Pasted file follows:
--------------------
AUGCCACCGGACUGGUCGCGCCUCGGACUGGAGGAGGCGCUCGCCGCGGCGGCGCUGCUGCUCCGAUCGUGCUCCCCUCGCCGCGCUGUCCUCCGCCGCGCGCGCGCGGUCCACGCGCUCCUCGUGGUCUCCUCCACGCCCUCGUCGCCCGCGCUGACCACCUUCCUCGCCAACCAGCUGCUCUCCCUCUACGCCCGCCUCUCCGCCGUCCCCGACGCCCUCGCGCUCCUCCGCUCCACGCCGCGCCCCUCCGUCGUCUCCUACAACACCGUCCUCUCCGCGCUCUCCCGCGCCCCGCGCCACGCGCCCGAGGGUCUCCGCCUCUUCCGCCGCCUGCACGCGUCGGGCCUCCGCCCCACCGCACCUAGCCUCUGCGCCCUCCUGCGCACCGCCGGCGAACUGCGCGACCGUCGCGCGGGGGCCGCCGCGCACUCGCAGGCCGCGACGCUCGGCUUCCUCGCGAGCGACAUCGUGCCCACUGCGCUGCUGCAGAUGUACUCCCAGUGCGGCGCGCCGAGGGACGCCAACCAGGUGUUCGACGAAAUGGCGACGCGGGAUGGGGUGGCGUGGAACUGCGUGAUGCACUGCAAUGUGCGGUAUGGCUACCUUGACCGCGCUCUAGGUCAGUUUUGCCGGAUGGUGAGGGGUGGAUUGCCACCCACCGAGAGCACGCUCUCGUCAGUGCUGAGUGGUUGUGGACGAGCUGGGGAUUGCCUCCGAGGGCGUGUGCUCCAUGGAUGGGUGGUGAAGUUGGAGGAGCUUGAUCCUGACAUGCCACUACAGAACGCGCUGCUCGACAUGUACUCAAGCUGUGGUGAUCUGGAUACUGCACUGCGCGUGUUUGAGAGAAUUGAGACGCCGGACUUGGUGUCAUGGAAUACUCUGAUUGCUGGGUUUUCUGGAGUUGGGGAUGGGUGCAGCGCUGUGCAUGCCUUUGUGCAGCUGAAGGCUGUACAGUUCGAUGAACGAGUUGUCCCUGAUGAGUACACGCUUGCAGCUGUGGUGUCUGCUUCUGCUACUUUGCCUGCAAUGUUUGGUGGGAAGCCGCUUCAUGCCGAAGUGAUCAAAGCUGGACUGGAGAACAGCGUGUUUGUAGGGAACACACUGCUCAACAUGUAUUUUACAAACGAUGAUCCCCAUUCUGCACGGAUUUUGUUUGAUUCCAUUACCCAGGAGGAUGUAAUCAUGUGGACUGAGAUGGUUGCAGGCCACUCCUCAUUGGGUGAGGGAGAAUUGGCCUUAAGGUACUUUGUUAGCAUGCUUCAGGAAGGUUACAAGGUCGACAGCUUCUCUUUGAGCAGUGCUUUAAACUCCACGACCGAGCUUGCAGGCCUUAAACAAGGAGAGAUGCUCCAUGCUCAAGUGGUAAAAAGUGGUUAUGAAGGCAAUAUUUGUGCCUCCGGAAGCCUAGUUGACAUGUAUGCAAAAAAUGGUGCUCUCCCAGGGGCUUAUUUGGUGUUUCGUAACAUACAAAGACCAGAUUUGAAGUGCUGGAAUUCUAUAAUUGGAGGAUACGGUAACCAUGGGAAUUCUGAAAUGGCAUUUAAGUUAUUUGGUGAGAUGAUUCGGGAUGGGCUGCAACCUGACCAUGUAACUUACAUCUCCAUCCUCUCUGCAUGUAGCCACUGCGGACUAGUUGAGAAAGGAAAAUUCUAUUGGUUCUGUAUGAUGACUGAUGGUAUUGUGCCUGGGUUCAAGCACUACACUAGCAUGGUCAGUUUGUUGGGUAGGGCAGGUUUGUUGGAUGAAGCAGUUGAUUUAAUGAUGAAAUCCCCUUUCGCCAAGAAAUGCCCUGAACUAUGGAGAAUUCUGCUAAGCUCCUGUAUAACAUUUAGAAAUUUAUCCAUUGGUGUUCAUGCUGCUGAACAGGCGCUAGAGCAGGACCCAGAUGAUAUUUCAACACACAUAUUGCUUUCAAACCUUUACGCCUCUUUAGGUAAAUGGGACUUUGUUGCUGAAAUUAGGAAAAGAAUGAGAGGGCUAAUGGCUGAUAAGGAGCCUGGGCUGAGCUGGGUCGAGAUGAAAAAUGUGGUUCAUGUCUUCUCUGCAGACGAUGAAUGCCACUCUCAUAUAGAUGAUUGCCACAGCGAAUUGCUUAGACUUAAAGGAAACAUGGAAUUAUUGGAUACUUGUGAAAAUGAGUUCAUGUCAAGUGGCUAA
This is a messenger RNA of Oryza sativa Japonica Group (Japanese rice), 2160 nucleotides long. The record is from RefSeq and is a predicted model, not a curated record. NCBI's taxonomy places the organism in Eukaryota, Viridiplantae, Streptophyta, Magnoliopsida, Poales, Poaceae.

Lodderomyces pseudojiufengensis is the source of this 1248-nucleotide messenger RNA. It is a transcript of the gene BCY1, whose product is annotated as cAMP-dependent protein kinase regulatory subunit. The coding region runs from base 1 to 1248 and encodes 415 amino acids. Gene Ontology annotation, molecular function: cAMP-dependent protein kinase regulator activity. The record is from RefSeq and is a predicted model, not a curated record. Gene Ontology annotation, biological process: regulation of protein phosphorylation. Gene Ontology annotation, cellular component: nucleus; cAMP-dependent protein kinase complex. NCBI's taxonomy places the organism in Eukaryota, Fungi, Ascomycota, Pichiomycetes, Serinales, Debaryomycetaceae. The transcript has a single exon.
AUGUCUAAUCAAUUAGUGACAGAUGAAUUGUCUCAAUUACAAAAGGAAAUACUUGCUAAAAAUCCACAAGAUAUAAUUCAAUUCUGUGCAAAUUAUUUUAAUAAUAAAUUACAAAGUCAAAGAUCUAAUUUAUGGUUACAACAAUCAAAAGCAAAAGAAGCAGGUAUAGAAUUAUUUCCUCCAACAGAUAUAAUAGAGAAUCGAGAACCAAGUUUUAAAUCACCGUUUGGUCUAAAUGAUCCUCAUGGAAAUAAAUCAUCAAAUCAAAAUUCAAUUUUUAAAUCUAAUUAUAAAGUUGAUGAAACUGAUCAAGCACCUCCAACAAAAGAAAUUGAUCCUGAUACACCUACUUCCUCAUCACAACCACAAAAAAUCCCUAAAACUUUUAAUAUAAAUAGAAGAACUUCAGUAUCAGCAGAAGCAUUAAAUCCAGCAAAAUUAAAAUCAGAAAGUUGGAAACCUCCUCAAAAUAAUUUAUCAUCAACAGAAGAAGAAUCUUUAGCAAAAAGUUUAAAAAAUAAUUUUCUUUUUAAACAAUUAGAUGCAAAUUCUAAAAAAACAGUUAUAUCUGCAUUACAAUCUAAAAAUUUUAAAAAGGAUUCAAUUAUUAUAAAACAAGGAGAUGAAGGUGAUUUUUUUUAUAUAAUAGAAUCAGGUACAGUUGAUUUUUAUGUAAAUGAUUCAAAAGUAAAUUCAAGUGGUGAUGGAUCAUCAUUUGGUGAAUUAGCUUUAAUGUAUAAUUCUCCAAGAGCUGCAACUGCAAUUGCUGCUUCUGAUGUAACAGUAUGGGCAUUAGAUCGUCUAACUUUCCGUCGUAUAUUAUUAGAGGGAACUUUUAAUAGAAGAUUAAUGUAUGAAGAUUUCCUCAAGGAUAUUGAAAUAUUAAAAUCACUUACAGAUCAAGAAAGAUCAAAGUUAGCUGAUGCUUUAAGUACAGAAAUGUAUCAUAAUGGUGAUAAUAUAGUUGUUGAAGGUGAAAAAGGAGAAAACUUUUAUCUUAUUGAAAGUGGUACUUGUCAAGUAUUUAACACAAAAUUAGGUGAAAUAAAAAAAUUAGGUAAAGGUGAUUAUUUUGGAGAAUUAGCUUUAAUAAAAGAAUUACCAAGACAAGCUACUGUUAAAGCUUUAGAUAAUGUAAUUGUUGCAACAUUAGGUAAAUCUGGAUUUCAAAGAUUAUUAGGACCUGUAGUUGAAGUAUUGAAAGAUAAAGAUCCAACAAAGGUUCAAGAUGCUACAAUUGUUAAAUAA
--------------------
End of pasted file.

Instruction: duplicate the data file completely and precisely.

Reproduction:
AUGCCACCGGACUGGUCGCGCCUCGGACUGGAGGAGGCGCUCGCCGCGGCGGCGCUGCUGCUCCGAUCGUGCUCCCCUCGCCGCGCUGUCCUCCGCCGCGCGCGCGCGGUCCACGCGCUCCUCGUGGUCUCCUCCACGCCCUCGUCGCCCGCGCUGACCACCUUCCUCGCCAACCAGCUGCUCUCCCUCUACGCCCGCCUCUCCGCCGUCCCCGACGCCCUCGCGCUCCUCCGCUCCACGCCGCGCCCCUCCGUCGUCUCCUACAACACCGUCCUCUCCGCGCUCUCCCGCGCCCCGCGCCACGCGCCCGAGGGUCUCCGCCUCUUCCGCCGCCUGCACGCGUCGGGCCUCCGCCCCACCGCACCUAGCCUCUGCGCCCUCCUGCGCACCGCCGGCGAACUGCGCGACCGUCGCGCGGGGGCCGCCGCGCACUCGCAGGCCGCGACGCUCGGCUUCCUCGCGAGCGACAUCGUGCCCACUGCGCUGCUGCAGAUGUACUCCCAGUGCGGCGCGCCGAGGGACGCCAACCAGGUGUUCGACGAAAUGGCGACGCGGGAUGGGGUGGCGUGGAACUGCGUGAUGCACUGCAAUGUGCGGUAUGGCUACCUUGACCGCGCUCUAGGUCAGUUUUGCCGGAUGGUGAGGGGUGGAUUGCCACCCACCGAGAGCACGCUCUCGUCAGUGCUGAGUGGUUGUGGACGAGCUGGGGAUUGCCUCCGAGGGCGUGUGCUCCAUGGAUGGGUGGUGAAGUUGGAGGAGCUUGAUCCUGACAUGCCACUACAGAACGCGCUGCUCGACAUGUACUCAAGCUGUGGUGAUCUGGAUACUGCACUGCGCGUGUUUGAGAGAAUUGAGACGCCGGACUUGGUGUCAUGGAAUACUCUGAUUGCUGGGUUUUCUGGAGUUGGGGAUGGGUGCAGCGCUGUGCAUGCCUUUGUGCAGCUGAAGGCUGUACAGUUCGAUGAACGAGUUGUCCCUGAUGAGUACACGCUUGCAGCUGUGGUGUCUGCUUCUGCUACUUUGCCUGCAAUGUUUGGUGGGAAGCCGCUUCAUGCCGAAGUGAUCAAAGCUGGACUGGAGAACAGCGUGUUUGUAGGGAACACACUGCUCAACAUGUAUUUUACAAACGAUGAUCCCCAUUCUGCACGGAUUUUGUUUGAUUCCAUUACCCAGGAGGAUGUAAUCAUGUGGACUGAGAUGGUUGCAGGCCACUCCUCAUUGGGUGAGGGAGAAUUGGCCUUAAGGUACUUUGUUAGCAUGCUUCAGGAAGGUUACAAGGUCGACAGCUUCUCUUUGAGCAGUGCUUUAAACUCCACGACCGAGCUUGCAGGCCUUAAACAAGGAGAGAUGCUCCAUGCUCAAGUGGUAAAAAGUGGUUAUGAAGGCAAUAUUUGUGCCUCCGGAAGCCUAGUUGACAUGUAUGCAAAAAAUGGUGCUCUCCCAGGGGCUUAUUUGGUGUUUCGUAACAUACAAAGACCAGAUUUGAAGUGCUGGAAUUCUAUAAUUGGAGGAUACGGUAACCAUGGGAAUUCUGAAAUGGCAUUUAAGUUAUUUGGUGAGAUGAUUCGGGAUGGGCUGCAACCUGACCAUGUAACUUACAUCUCCAUCCUCUCUGCAUGUAGCCACUGCGGACUAGUUGAGAAAGGAAAAUUCUAUUGGUUCUGUAUGAUGACUGAUGGUAUUGUGCCUGGGUUCAAGCACUACACUAGCAUGGUCAGUUUGUUGGGUAGGGCAGGUUUGUUGGAUGAAGCAGUUGAUUUAAUGAUGAAAUCCCCUUUCGCCAAGAAAUGCCCUGAACUAUGGAGAAUUCUGCUAAGCUCCUGUAUAACAUUUAGAAAUUUAUCCAUUGGUGUUCAUGCUGCUGAACAGGCGCUAGAGCAGGACCCAGAUGAUAUUUCAACACACAUAUUGCUUUCAAACCUUUACGCCUCUUUAGGUAAAUGGGACUUUGUUGCUGAAAUUAGGAAAAGAAUGAGAGGGCUAAUGGCUGAUAAGGAGCCUGGGCUGAGCUGGGUCGAGAUGAAAAAUGUGGUUCAUGUCUUCUCUGCAGACGAUGAAUGCCACUCUCAUAUAGAUGAUUGCCACAGCGAAUUGCUUAGACUUAAAGGAAACAUGGAAUUAUUGGAUACUUGUGAAAAUGAGUUCAUGUCAAGUGGCUAA
This is a messenger RNA of Oryza sativa Japonica Group (Japanese rice), 2160 nucleotides long. The record is from RefSeq and is a predicted model, not a curated record. NCBI's taxonomy places the organism in Eukaryota, Viridiplantae, Streptophyta, Magnoliopsida, Poales, Poaceae.

Lodderomyces pseudojiufengensis is the source of this 1248-nucleotide messenger RNA. It is a transcript of the gene BCY1, whose product is annotated as cAMP-dependent protein kinase regulatory subunit. The coding region runs from base 1 to 1248 and encodes 415 amino acids. Gene Ontology annotation, molecular function: cAMP-dependent protein kinase regulator activity. The record is from RefSeq and is a predicted model, not a curated record. Gene Ontology annotation, biological process: regulation of protein phosphorylation. Gene Ontology annotation, cellular component: nucleus; cAMP-dependent protein kinase complex. NCBI's taxonomy places the organism in Eukaryota, Fungi, Ascomycota, Pichiomycetes, Serinales, Debaryomycetaceae. The transcript has a single exon.
AUGUCUAAUCAAUUAGUGACAGAUGAAUUGUCUCAAUUACAAAAGGAAAUACUUGCUAAAAAUCCACAAGAUAUAAUUCAAUUCUGUGCAAAUUAUUUUAAUAAUAAAUUACAAAGUCAAAGAUCUAAUUUAUGGUUACAACAAUCAAAAGCAAAAGAAGCAGGUAUAGAAUUAUUUCCUCCAACAGAUAUAAUAGAGAAUCGAGAACCAAGUUUUAAAUCACCGUUUGGUCUAAAUGAUCCUCAUGGAAAUAAAUCAUCAAAUCAAAAUUCAAUUUUUAAAUCUAAUUAUAAAGUUGAUGAAACUGAUCAAGCACCUCCAACAAAAGAAAUUGAUCCUGAUACACCUACUUCCUCAUCACAACCACAAAAAAUCCCUAAAACUUUUAAUAUAAAUAGAAGAACUUCAGUAUCAGCAGAAGCAUUAAAUCCAGCAAAAUUAAAAUCAGAAAGUUGGAAACCUCCUCAAAAUAAUUUAUCAUCAACAGAAGAAGAAUCUUUAGCAAAAAGUUUAAAAAAUAAUUUUCUUUUUAAACAAUUAGAUGCAAAUUCUAAAAAAACAGUUAUAUCUGCAUUACAAUCUAAAAAUUUUAAAAAGGAUUCAAUUAUUAUAAAACAAGGAGAUGAAGGUGAUUUUUUUUAUAUAAUAGAAUCAGGUACAGUUGAUUUUUAUGUAAAUGAUUCAAAAGUAAAUUCAAGUGGUGAUGGAUCAUCAUUUGGUGAAUUAGCUUUAAUGUAUAAUUCUCCAAGAGCUGCAACUGCAAUUGCUGCUUCUGAUGUAACAGUAUGGGCAUUAGAUCGUCUAACUUUCCGUCGUAUAUUAUUAGAGGGAACUUUUAAUAGAAGAUUAAUGUAUGAAGAUUUCCUCAAGGAUAUUGAAAUAUUAAAAUCACUUACAGAUCAAGAAAGAUCAAAGUUAGCUGAUGCUUUAAGUACAGAAAUGUAUCAUAAUGGUGAUAAUAUAGUUGUUGAAGGUGAAAAAGGAGAAAACUUUUAUCUUAUUGAAAGUGGUACUUGUCAAGUAUUUAACACAAAAUUAGGUGAAAUAAAAAAAUUAGGUAAAGGUGAUUAUUUUGGAGAAUUAGCUUUAAUAAAAGAAUUACCAAGACAAGCUACUGUUAAAGCUUUAGAUAAUGUAAUUGUUGCAACAUUAGGUAAAUCUGGAUUUCAAAGAUUAUUAGGACCUGUAGUUGAAGUAUUGAAAGAUAAAGAUCCAACAAAGGUUCAAGAUGCUACAAUUGUUAAAUAA